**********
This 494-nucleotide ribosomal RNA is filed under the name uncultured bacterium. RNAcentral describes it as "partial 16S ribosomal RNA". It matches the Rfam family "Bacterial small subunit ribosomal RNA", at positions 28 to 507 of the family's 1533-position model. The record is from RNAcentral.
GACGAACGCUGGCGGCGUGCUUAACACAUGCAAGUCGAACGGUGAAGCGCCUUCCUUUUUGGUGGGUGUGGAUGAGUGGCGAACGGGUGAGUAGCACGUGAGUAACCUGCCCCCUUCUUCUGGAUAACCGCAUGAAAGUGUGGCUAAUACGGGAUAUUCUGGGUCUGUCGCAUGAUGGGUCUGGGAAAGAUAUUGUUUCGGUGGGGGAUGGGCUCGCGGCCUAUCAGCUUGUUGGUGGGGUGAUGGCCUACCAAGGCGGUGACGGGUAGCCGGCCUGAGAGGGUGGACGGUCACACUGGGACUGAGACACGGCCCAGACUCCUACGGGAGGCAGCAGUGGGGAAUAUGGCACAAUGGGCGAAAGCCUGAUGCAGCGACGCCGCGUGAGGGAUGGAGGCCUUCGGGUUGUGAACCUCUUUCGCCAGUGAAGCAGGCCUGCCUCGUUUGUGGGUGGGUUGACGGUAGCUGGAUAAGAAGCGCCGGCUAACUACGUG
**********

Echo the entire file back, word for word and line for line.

This 494-nucleotide ribosomal RNA is filed under the name uncultured bacterium. RNAcentral describes it as "partial 16S ribosomal RNA". It matches the Rfam family "Bacterial small subunit ribosomal RNA", at positions 28 to 507 of the family's 1533-position model. The record is from RNAcentral.
GACGAACGCUGGCGGCGUGCUUAACACAUGCAAGUCGAACGGUGAAGCGCCUUCCUUUUUGGUGGGUGUGGAUGAGUGGCGAACGGGUGAGUAGCACGUGAGUAACCUGCCCCCUUCUUCUGGAUAACCGCAUGAAAGUGUGGCUAAUACGGGAUAUUCUGGGUCUGUCGCAUGAUGGGUCUGGGAAAGAUAUUGUUUCGGUGGGGGAUGGGCUCGCGGCCUAUCAGCUUGUUGGUGGGGUGAUGGCCUACCAAGGCGGUGACGGGUAGCCGGCCUGAGAGGGUGGACGGUCACACUGGGACUGAGACACGGCCCAGACUCCUACGGGAGGCAGCAGUGGGGAAUAUGGCACAAUGGGCGAAAGCCUGAUGCAGCGACGCCGCGUGAGGGAUGGAGGCCUUCGGGUUGUGAACCUCUUUCGCCAGUGAAGCAGGCCUGCCUCGUUUGUGGGUGGGUUGACGGUAGCUGGAUAAGAAGCGCCGGCUAACUACGUG